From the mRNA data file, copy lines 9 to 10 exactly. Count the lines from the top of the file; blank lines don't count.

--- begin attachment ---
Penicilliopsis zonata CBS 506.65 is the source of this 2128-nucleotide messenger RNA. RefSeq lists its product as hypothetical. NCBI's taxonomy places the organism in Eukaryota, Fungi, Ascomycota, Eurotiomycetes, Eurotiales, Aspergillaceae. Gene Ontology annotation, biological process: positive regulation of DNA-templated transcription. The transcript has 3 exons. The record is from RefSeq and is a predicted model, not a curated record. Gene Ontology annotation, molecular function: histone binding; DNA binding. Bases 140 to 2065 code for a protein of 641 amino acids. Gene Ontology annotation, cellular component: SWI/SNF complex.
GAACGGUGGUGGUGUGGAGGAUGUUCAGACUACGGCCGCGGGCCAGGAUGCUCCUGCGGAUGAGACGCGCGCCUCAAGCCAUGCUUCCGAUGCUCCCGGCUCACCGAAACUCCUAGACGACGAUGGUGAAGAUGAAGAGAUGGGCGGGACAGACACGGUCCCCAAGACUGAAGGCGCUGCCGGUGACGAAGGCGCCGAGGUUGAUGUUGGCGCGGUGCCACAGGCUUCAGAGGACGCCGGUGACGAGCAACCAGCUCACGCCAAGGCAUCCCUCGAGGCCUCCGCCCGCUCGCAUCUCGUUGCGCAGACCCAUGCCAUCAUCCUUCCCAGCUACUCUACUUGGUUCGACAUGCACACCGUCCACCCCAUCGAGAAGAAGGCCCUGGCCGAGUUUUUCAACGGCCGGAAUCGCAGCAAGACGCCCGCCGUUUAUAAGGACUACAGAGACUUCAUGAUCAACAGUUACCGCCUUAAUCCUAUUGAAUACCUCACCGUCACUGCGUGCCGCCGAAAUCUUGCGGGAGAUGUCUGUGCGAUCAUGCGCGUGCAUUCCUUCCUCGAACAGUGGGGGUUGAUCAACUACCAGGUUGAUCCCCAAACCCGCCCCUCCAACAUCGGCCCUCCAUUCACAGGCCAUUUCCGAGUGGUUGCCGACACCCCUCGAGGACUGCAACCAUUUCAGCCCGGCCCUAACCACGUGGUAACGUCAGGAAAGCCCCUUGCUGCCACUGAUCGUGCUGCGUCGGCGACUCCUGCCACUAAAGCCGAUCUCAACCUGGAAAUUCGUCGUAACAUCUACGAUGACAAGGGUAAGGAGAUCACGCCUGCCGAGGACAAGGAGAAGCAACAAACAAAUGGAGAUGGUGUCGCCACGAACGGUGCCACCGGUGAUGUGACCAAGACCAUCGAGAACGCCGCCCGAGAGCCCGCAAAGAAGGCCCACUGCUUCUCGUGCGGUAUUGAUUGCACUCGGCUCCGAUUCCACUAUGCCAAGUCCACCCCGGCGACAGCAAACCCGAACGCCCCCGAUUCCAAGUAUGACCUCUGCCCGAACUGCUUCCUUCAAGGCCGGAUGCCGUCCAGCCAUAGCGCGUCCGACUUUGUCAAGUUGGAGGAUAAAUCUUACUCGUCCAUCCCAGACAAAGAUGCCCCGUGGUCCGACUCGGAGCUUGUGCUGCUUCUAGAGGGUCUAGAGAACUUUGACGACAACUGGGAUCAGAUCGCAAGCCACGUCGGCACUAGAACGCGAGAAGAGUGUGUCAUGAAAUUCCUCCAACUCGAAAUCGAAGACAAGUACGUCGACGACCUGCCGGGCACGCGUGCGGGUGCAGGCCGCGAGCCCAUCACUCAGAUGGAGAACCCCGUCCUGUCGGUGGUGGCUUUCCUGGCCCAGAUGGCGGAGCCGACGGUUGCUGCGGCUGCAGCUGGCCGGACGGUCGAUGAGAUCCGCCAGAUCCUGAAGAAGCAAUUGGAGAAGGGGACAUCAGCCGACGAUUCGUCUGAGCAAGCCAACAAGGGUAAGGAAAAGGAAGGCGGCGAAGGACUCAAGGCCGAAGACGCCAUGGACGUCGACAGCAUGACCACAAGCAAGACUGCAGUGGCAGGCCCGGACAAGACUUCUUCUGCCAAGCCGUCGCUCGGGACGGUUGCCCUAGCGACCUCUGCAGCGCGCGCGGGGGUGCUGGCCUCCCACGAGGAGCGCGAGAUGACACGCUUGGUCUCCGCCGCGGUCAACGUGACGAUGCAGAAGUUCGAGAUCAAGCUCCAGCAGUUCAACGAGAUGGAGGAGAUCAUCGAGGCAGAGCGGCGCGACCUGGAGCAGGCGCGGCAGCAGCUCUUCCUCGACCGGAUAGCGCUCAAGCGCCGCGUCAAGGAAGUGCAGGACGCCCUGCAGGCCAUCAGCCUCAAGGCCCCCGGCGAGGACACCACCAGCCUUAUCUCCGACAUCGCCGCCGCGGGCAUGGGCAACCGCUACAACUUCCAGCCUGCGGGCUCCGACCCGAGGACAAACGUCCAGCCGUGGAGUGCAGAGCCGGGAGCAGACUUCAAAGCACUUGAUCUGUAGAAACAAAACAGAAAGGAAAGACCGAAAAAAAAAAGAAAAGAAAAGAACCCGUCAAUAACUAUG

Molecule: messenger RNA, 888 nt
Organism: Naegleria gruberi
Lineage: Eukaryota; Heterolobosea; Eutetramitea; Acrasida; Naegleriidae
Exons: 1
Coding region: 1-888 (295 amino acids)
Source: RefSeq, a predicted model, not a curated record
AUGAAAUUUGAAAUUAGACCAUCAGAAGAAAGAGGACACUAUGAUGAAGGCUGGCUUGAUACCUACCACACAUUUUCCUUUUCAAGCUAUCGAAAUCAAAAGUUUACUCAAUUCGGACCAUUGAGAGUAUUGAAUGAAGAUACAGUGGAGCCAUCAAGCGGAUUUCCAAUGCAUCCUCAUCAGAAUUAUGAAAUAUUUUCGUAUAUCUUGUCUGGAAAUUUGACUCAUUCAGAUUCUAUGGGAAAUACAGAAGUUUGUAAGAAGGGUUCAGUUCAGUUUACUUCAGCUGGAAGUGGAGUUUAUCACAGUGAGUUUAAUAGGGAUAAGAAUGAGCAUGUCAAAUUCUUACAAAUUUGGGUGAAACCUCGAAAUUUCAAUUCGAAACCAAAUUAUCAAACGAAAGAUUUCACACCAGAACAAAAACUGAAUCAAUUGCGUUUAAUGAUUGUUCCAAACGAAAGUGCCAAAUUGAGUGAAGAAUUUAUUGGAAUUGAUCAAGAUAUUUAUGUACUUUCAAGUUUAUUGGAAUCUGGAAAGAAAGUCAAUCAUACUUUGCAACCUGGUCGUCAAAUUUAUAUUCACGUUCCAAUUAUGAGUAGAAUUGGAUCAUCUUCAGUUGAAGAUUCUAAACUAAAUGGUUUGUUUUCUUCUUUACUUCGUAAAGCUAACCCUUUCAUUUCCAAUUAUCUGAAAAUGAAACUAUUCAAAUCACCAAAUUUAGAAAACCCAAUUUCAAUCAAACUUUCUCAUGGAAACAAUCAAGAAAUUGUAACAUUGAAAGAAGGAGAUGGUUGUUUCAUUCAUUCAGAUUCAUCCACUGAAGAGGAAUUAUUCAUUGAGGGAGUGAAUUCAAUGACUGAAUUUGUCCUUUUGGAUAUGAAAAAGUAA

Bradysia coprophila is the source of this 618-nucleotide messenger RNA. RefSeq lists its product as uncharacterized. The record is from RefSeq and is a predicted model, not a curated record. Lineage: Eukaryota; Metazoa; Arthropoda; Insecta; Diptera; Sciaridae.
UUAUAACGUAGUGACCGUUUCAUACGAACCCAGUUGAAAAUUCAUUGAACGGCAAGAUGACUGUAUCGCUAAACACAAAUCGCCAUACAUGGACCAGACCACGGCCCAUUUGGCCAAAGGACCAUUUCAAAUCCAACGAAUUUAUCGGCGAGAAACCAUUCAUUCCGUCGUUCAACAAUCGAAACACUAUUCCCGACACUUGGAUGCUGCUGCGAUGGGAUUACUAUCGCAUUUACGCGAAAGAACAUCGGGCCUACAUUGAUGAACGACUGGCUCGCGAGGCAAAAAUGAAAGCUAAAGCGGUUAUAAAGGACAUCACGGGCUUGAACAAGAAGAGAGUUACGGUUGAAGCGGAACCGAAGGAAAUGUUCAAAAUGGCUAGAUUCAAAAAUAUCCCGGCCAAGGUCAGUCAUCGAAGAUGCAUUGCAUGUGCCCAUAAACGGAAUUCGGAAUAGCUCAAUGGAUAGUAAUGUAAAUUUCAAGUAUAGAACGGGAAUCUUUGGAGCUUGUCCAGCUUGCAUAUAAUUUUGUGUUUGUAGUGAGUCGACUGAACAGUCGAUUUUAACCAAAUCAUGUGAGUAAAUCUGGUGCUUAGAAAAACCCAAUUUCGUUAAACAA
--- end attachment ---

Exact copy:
AUGAAAUUUGAAAUUAGACCAUCAGAAGAAAGAGGACACUAUGAUGAAGGCUGGCUUGAUACCUACCACACAUUUUCCUUUUCAAGCUAUCGAAAUCAAAAGUUUACUCAAUUCGGACCAUUGAGAGUAUUGAAUGAAGAUACAGUGGAGCCAUCAAGCGGAUUUCCAAUGCAUCCUCAUCAGAAUUAUGAAAUAUUUUCGUAUAUCUUGUCUGGAAAUUUGACUCAUUCAGAUUCUAUGGGAAAUACAGAAGUUUGUAAGAAGGGUUCAGUUCAGUUUACUUCAGCUGGAAGUGGAGUUUAUCACAGUGAGUUUAAUAGGGAUAAGAAUGAGCAUGUCAAAUUCUUACAAAUUUGGGUGAAACCUCGAAAUUUCAAUUCGAAACCAAAUUAUCAAACGAAAGAUUUCACACCAGAACAAAAACUGAAUCAAUUGCGUUUAAUGAUUGUUCCAAACGAAAGUGCCAAAUUGAGUGAAGAAUUUAUUGGAAUUGAUCAAGAUAUUUAUGUACUUUCAAGUUUAUUGGAAUCUGGAAAGAAAGUCAAUCAUACUUUGCAACCUGGUCGUCAAAUUUAUAUUCACGUUCCAAUUAUGAGUAGAAUUGGAUCAUCUUCAGUUGAAGAUUCUAAACUAAAUGGUUUGUUUUCUUCUUUACUUCGUAAAGCUAACCCUUUCAUUUCCAAUUAUCUGAAAAUGAAACUAUUCAAAUCACCAAAUUUAGAAAACCCAAUUUCAAUCAAACUUUCUCAUGGAAACAAUCAAGAAAUUGUAACAUUGAAAGAAGGAGAUGGUUGUUUCAUUCAUUCAGAUUCAUCCACUGAAGAGGAAUUAUUCAUUGAGGGAGUGAAUUCAAUGACUGAAUUUGUCCUUUUGGAUAUGAAAAAGUAA

Bradysia coprophila is the source of this 618-nucleotide messenger RNA. RefSeq lists its product as uncharacterized. The record is from RefSeq and is a predicted model, not a curated record. Lineage: Eukaryota; Metazoa; Arthropoda; Insecta; Diptera; Sciaridae.